What strikes me about this passage is that, despite the fact that Daniel was held captive by his enemies, he did not become a slave to fear. He knew that refusing the king's food might result in serious consequences, yet Daniel remained true to his convictions, demonstrating an unwavering trust in God. Although this particular experience wasn't technically a fast (since those foods most likely weren't part of Daniel's diet anyway), it's important to take a look at how he handled the situation so that we can better understand the man behind the fast mentioned in chapter 10.
I imagine too that the king spared no expense in what Daniel and the other men were served at mealtimes. The royal spread was probably unlike any food they had ever eaten the best of the best. After all, Nebuchadnezzar was investing time and resources in training the men, and it was to his benefit that they be healthy and strong. Was Daniel tempted by the tasty food placed in front of him? Probably. The Bible doesn't say, so we can't know for sure. What we do know, however, is that if the king's food was a temptation for Daniel, he resisted it.
Just as Daniel faced trials in following the Lord, you undoubtedly will encounter challenges as well. The devil is outraged that you have committed to this fast, and he will find ways to place temptation in your path. To keep from being enticed into bondage by the enemy, you must prepare yourself for battle. As 1 Corinthians 16:13 advises, "Be on guard. Stand firm in the faith. Be courageous. Be strong" (NLT).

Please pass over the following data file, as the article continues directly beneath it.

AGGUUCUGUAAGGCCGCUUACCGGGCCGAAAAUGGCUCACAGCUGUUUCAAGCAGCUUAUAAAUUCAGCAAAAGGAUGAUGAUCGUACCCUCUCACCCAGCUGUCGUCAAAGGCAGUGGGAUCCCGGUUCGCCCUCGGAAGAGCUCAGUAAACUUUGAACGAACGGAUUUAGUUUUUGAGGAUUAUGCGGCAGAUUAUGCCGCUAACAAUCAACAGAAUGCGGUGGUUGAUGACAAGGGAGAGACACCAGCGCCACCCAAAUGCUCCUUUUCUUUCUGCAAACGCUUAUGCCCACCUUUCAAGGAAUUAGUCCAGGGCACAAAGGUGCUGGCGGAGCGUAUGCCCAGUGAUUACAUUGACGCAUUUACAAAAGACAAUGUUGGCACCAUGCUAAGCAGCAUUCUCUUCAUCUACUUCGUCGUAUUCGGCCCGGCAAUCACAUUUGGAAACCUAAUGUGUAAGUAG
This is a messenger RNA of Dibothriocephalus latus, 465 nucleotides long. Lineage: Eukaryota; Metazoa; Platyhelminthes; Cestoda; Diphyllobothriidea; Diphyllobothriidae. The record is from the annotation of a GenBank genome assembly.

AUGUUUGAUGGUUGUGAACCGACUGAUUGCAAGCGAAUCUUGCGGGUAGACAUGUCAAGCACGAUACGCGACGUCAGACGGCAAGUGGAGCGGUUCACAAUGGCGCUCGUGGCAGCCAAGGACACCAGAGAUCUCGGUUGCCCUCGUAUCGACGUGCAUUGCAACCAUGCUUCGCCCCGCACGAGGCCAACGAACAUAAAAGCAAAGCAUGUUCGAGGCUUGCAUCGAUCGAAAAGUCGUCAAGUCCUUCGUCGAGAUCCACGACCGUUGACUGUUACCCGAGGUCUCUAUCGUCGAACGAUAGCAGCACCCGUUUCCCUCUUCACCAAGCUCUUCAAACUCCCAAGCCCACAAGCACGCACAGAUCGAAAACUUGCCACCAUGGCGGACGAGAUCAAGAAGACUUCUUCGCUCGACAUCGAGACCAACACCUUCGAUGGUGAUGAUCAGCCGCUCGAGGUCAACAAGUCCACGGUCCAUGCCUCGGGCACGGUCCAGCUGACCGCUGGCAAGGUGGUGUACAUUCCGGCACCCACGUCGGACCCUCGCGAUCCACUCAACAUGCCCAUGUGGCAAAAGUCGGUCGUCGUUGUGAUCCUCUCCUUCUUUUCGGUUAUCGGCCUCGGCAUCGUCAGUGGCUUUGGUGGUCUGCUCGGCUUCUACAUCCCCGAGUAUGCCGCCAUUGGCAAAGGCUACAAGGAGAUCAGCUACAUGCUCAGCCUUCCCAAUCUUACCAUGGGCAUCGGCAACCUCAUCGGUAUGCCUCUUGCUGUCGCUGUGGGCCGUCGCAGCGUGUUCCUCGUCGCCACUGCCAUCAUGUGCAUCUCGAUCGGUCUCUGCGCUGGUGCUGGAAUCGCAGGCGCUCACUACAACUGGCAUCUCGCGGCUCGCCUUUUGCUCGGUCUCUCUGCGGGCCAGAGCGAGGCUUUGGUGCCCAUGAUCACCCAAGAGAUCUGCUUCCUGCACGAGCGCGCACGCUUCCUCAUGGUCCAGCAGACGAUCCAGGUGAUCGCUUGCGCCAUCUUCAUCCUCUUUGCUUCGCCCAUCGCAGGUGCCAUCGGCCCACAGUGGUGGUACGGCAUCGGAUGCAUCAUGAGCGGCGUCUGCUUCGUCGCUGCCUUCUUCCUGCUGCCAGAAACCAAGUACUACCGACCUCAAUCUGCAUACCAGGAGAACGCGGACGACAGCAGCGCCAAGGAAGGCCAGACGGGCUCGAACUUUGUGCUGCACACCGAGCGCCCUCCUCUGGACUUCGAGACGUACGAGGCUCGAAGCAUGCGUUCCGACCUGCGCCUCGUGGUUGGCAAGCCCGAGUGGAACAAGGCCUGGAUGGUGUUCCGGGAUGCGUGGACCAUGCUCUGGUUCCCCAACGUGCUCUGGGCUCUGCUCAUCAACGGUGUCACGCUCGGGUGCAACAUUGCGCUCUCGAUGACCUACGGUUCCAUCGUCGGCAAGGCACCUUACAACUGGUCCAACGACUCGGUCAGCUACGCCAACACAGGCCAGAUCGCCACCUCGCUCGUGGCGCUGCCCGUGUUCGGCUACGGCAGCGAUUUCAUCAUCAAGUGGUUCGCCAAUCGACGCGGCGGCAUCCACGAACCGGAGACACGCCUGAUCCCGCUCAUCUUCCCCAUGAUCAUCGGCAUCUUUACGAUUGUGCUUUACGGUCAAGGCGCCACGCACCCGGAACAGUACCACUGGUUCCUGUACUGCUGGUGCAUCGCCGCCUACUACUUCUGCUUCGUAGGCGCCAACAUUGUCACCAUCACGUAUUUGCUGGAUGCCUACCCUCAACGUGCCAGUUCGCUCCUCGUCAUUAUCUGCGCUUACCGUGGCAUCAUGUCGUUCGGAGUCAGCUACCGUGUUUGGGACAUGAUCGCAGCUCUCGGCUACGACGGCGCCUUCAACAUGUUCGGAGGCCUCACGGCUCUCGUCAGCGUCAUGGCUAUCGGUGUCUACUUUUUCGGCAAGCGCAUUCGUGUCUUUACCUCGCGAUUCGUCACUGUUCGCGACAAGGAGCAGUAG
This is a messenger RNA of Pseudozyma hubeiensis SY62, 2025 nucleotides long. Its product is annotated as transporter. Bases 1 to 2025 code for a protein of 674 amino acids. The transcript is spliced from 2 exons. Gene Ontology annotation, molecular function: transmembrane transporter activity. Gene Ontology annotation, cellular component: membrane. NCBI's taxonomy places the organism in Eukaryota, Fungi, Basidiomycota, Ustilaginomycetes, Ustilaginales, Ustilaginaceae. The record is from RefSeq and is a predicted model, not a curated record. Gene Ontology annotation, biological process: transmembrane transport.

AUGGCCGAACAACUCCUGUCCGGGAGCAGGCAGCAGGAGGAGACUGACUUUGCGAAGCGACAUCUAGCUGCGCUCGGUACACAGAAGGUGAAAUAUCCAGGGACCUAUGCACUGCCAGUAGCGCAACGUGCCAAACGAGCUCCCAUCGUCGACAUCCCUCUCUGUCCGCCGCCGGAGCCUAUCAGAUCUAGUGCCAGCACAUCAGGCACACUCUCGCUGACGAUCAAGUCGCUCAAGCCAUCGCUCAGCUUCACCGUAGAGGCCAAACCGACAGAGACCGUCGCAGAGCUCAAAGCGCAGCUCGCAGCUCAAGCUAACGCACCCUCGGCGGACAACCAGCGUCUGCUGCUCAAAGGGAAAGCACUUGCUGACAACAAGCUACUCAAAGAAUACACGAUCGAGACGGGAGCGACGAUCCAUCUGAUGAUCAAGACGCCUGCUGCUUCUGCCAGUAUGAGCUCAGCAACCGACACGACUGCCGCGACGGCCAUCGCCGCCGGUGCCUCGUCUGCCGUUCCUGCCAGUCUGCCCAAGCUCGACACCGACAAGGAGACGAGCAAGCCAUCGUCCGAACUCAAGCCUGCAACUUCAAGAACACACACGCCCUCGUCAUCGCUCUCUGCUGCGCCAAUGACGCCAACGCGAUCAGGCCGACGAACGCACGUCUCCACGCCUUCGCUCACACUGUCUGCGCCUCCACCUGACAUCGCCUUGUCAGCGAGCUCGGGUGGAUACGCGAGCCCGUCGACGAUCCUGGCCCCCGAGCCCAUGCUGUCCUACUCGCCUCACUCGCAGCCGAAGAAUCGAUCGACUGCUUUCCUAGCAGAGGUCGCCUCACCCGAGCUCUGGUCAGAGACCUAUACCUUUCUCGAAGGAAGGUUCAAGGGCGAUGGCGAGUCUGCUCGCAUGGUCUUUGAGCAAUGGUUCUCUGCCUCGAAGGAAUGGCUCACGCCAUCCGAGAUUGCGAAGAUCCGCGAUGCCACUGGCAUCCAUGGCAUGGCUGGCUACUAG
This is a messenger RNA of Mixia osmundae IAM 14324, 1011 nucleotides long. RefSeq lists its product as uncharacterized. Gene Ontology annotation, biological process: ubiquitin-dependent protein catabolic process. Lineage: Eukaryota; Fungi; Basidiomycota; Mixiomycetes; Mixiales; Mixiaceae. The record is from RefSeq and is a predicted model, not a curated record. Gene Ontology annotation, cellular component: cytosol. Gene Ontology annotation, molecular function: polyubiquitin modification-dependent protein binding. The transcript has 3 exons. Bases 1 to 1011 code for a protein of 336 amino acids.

I want to encourage you to make time to be with the Lord over the next twenty-one days. I know, I know. You're busy. We all are. There are many people and things vying for your time, and sometimes it seems you can't fit them all in. Remember, though, that this is a fast, and fasting involves sacrifice.
Do all that you can to immerse yourself in the Word during your fast, and cling to God's promises. As you do, you won't become enslaved by anxiety, doubt, discouragement, or fear. You will walk in God's perfect peace, guarded by his truth. After all, it's the truth that sets you free, and if the Son has set you free, you are free indeed (John 8:36)!
Daniel 10: The Vision
Many years have passed since Daniel was a young man in King Nebuchadnezzar's palace. Daniel is now around eighty-five years old, and the Lord continues to reveal his purposes to him through dreams. In Daniel 10, Daniel receives a vision from God that disturbs him so greatly that he enters into a state of mourning, or fasting. God allows Daniel to foresee the many calamities that will befall the Jews for their sins, especially for destroying the Messiah and rejecting his gospel. Daniel is utterly distressed and sorrowful for his people and what they will have to endure.
The Bible says that he ate no choice food and had no meat or wine for three weeks (vv. 23). In the Hebrew text, the words translated "choice food," chemdah and lechem, indicate that Daniel refused himself foods that were desirable. Most commentaries agree that such desirable foods probably included bread and sweets. In the English Standard Version, Daniel 10:3 says, "I ate no delicacies," and another translation puts it this way: "I did not eat any tasty food" (NASB). Daniel ate simple foods, taking in only what was necessary for sustenance.